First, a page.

Martinsville is the home of the Artesians.
The high school’s mascot is an old bucket-drawn well. On one corner of the town square, a neon sign declares Martinsville “City of Mineral Water.”
But amid the proud heritage of wells that once drew visitors from around the region to relax at mineral spas, Martinsville is also fighting a water contamination problem, and now the federal government may step in to help the city.
How A Dry Cleaner Contaminated Martinsville’s Water
A local dry cleaner that closed in the early 1990s left a toxic legacy with the community of roughly 12,000 residents.
Tetrachloroethylene or PERC, a chemical used to clean fabrics, is seeping from the downtown Masterwear building into the groundwater that supplies the city with drinking water. The Agency for Toxic Substance and Disease Registry says the chemical likely causes liver and kidney damage, as well as cancer.
“We’re standing at the Martinsville water treatment plant and well field,” says Ross Holloway, Martinsville city engineer for 16 years, as he points out the city’s water supply facilities. “The contamination started downtown, which is approximately half a mile as the crow flies to the southeast from here. And it’s gradually heading toward the river, right through here.”
The City’s Filter Solution
To protect drinking water, the city installed carbon filters in 2005 to remove the chemical at its water treatment plant.
Since then, PERC concentrations in the filtered drinking water have ranged from undetecteble to less than one part per billion. That’s well below what the Environmental Protection Agency defines as the maximum allowable concentration, which is 5 parts per billion.
However, these carbon filters are pricey, at about $120,000 per unit, much more than the city can cover through water bills. Especially when the filters need replacement about every 18 months.
To help with the costs, Indiana petitioned to place the Martinsville well site on the Superfund National Priorities list – sites in desperate need of chemical clean-up. The designation would bring federal funding to help monitor and remediate the well site.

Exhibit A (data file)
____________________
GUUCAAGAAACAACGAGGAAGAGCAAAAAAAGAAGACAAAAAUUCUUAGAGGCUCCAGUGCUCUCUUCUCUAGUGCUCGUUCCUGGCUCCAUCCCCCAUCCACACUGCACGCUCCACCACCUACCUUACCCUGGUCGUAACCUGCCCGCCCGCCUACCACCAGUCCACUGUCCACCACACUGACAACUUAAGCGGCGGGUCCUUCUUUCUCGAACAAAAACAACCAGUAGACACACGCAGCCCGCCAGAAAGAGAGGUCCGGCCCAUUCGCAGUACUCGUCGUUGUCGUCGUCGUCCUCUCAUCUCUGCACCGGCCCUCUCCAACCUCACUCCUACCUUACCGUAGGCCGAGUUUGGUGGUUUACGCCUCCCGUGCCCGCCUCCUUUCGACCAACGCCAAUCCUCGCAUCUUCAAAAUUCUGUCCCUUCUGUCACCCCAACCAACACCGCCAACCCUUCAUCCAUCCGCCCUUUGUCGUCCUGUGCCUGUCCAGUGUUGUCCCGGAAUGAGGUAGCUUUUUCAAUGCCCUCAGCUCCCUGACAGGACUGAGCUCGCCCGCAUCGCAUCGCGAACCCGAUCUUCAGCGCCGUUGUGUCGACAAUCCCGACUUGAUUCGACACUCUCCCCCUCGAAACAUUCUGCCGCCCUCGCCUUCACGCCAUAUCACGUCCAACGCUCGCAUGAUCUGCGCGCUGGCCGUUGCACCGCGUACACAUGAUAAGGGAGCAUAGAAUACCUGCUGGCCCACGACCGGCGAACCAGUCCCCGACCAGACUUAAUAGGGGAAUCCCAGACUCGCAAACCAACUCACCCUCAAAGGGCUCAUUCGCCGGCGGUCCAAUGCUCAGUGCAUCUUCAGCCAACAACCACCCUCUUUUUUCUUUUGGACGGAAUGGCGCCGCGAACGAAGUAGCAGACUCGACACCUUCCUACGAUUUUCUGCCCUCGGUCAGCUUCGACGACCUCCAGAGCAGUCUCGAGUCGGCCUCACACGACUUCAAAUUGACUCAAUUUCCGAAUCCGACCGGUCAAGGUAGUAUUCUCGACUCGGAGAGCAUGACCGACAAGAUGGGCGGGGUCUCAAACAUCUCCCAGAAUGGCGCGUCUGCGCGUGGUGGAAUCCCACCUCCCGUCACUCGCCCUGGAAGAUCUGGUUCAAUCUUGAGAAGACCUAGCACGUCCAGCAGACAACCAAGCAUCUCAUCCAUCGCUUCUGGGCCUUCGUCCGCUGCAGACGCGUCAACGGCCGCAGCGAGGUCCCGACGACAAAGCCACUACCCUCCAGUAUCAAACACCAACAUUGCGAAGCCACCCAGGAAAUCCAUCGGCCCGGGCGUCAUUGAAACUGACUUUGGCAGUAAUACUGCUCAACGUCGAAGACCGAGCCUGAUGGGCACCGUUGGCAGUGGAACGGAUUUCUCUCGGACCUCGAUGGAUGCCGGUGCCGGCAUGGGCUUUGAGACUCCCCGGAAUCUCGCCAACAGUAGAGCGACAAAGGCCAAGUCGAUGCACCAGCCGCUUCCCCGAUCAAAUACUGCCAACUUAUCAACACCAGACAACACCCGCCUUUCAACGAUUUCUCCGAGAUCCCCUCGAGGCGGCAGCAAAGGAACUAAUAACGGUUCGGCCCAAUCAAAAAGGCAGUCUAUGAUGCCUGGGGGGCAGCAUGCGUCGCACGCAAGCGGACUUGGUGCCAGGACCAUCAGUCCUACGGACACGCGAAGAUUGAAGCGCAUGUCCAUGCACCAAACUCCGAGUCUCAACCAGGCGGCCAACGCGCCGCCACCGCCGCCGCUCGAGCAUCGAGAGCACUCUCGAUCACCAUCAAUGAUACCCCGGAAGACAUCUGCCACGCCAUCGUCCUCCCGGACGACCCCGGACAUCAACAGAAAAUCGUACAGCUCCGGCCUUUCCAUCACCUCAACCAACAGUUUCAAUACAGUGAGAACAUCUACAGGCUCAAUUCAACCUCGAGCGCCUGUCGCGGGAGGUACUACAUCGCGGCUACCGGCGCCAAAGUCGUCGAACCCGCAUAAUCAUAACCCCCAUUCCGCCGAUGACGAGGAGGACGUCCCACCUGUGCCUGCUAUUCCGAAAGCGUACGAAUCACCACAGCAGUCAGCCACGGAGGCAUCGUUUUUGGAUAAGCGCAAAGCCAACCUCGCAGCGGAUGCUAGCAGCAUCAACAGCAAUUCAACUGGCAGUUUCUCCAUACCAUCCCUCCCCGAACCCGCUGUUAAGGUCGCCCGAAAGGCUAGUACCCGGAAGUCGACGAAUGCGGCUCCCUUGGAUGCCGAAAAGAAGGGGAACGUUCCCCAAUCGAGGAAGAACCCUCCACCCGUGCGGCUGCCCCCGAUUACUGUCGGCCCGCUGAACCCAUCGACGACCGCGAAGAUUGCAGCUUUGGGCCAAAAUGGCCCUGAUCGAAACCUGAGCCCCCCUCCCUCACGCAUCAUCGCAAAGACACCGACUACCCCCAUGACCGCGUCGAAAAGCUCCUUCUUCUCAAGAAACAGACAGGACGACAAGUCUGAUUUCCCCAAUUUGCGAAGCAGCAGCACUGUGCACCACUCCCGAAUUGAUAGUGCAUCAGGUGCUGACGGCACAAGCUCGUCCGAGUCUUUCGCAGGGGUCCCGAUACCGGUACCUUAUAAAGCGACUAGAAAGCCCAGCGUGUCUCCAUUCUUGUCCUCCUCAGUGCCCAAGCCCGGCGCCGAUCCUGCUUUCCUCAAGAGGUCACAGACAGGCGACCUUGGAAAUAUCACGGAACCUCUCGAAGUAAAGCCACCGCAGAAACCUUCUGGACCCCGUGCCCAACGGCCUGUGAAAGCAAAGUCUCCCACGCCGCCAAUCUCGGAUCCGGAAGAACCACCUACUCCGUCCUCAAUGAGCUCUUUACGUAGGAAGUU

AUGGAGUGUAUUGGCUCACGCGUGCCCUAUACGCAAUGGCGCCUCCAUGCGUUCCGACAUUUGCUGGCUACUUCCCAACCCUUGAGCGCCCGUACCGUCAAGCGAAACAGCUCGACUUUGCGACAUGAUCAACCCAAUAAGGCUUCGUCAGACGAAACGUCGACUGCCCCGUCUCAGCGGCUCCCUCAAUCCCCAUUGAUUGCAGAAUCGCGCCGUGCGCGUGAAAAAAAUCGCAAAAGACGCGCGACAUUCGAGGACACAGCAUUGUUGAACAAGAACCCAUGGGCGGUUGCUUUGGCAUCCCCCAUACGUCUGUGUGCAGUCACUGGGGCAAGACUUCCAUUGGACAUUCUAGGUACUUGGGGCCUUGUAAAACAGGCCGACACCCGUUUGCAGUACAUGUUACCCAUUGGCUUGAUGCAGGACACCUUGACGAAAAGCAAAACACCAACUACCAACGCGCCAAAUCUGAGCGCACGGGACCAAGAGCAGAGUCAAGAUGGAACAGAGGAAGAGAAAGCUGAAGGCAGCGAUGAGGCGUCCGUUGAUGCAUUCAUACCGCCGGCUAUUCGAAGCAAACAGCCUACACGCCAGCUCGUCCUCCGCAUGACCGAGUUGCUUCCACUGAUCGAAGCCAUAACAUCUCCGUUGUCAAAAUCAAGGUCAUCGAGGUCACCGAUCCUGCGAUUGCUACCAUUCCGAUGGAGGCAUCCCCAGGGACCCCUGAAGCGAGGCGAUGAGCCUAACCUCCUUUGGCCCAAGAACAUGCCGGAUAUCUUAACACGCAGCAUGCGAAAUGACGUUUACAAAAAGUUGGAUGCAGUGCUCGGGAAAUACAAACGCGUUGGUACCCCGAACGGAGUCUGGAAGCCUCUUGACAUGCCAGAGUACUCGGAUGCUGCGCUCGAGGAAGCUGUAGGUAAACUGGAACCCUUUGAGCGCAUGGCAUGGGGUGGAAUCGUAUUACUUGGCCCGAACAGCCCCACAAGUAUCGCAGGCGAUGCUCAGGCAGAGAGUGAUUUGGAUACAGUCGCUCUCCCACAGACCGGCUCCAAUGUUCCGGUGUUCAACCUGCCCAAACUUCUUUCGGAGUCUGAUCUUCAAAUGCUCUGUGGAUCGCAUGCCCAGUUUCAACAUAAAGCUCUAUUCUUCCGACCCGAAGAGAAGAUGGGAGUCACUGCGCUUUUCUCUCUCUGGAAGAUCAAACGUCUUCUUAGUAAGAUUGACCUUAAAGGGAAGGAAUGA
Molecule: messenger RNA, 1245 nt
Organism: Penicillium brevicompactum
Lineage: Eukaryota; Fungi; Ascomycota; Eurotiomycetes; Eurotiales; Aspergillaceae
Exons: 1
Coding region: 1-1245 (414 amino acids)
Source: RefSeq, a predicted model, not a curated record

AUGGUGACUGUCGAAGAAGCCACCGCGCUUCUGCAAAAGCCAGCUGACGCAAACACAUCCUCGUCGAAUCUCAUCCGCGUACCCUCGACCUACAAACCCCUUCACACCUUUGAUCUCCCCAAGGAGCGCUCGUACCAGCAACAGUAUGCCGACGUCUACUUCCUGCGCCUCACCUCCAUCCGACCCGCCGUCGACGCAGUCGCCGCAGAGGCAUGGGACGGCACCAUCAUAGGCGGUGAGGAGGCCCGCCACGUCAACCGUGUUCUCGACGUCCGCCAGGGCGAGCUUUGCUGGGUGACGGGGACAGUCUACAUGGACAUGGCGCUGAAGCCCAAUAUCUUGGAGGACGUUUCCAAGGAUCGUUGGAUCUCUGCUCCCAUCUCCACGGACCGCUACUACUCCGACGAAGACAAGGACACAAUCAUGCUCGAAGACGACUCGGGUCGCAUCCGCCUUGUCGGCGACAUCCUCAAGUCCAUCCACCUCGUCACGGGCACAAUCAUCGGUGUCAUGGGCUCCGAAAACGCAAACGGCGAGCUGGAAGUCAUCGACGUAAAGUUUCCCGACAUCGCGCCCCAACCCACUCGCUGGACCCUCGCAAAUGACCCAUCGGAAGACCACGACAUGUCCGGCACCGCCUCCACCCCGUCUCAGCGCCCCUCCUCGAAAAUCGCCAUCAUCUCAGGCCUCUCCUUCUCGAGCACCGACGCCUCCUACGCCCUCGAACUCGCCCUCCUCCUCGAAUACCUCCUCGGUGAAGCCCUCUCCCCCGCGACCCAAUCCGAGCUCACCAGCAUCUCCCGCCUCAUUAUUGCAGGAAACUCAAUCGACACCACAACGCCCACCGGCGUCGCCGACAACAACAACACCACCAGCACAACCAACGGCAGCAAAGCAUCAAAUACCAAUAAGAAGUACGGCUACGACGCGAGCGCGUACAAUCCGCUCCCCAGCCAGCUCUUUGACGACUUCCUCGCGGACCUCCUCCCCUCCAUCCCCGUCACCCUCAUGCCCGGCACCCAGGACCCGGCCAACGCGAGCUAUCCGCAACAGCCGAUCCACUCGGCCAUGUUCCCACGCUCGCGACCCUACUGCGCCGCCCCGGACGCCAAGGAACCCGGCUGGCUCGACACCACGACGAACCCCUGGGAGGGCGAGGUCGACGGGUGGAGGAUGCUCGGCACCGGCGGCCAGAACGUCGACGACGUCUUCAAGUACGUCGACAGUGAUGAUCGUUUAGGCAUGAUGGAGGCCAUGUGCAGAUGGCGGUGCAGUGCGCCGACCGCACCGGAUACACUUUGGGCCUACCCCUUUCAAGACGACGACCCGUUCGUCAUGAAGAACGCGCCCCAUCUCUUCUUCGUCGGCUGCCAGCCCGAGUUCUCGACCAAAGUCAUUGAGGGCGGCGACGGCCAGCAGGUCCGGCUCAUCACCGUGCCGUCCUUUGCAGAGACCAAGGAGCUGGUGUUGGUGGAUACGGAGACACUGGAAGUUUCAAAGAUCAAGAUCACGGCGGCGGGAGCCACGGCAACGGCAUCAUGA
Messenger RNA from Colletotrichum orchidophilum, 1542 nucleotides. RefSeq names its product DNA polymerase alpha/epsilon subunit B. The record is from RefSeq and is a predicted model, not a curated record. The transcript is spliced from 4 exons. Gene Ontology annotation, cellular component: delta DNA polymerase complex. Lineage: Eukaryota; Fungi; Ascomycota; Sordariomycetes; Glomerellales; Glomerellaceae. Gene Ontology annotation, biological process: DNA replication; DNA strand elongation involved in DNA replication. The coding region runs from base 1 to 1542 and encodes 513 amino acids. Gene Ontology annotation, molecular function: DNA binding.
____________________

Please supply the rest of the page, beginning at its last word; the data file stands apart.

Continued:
City engineer Ross Holloway says the PERC levels continue to increase in one of the three city wells, creating an even greater burden on the water treatment plant.
“The contamination level when we first built the plants was about 10 to 12 parts per billion (ppb). Our latest tests indicate 47 ppb,” Holloway says. “So you can see over the last approximately ten to fifteen years, the contamination level has quadrupled.”
One possible reason the PERC levels are still increasing is due to the slow movement of the groundwater that carries the chemical from the original dry cleaner site to the wells. The EPA also thinks there may be other possible sources of contamination.
The PERC contamination problem has been on Tina Chafey’s radar for a long time. For fourteen years, Chafey owned a tearoom and antique shop one block from the town square. She is a regular at the biweekly Martinsville city council meetings.
“My husband and I attend the city council meeting and have for the last seventeen years. The last five years, we’ve missed one,” she says. “I let my grandkids drink that water, and I would not let them drink it unless it was one hundred percent safe.”
Martinsville is not alone in its PERC woes. Cities such as Denver, Colorado and Brunswick, Maine can be found on the Superfund National Priorities List for PERC groundwater contamination, and these communities have undergone a clean-up process outlined by the EPA.
First, the EPA invites the public to submit information during a public comment period. Martinsville’s will end November 19. Then, the EPA will decide whether the city will receive federal funding for the contaminated well site.
If the site is not approved, Martinsville is working on other ways to deal with the PERC issue. City leaders proposed an increase in water rates last month to help cover the water treatment plant’s operation costs. And eventually, city leaders hope to use new wells for the city drinking water.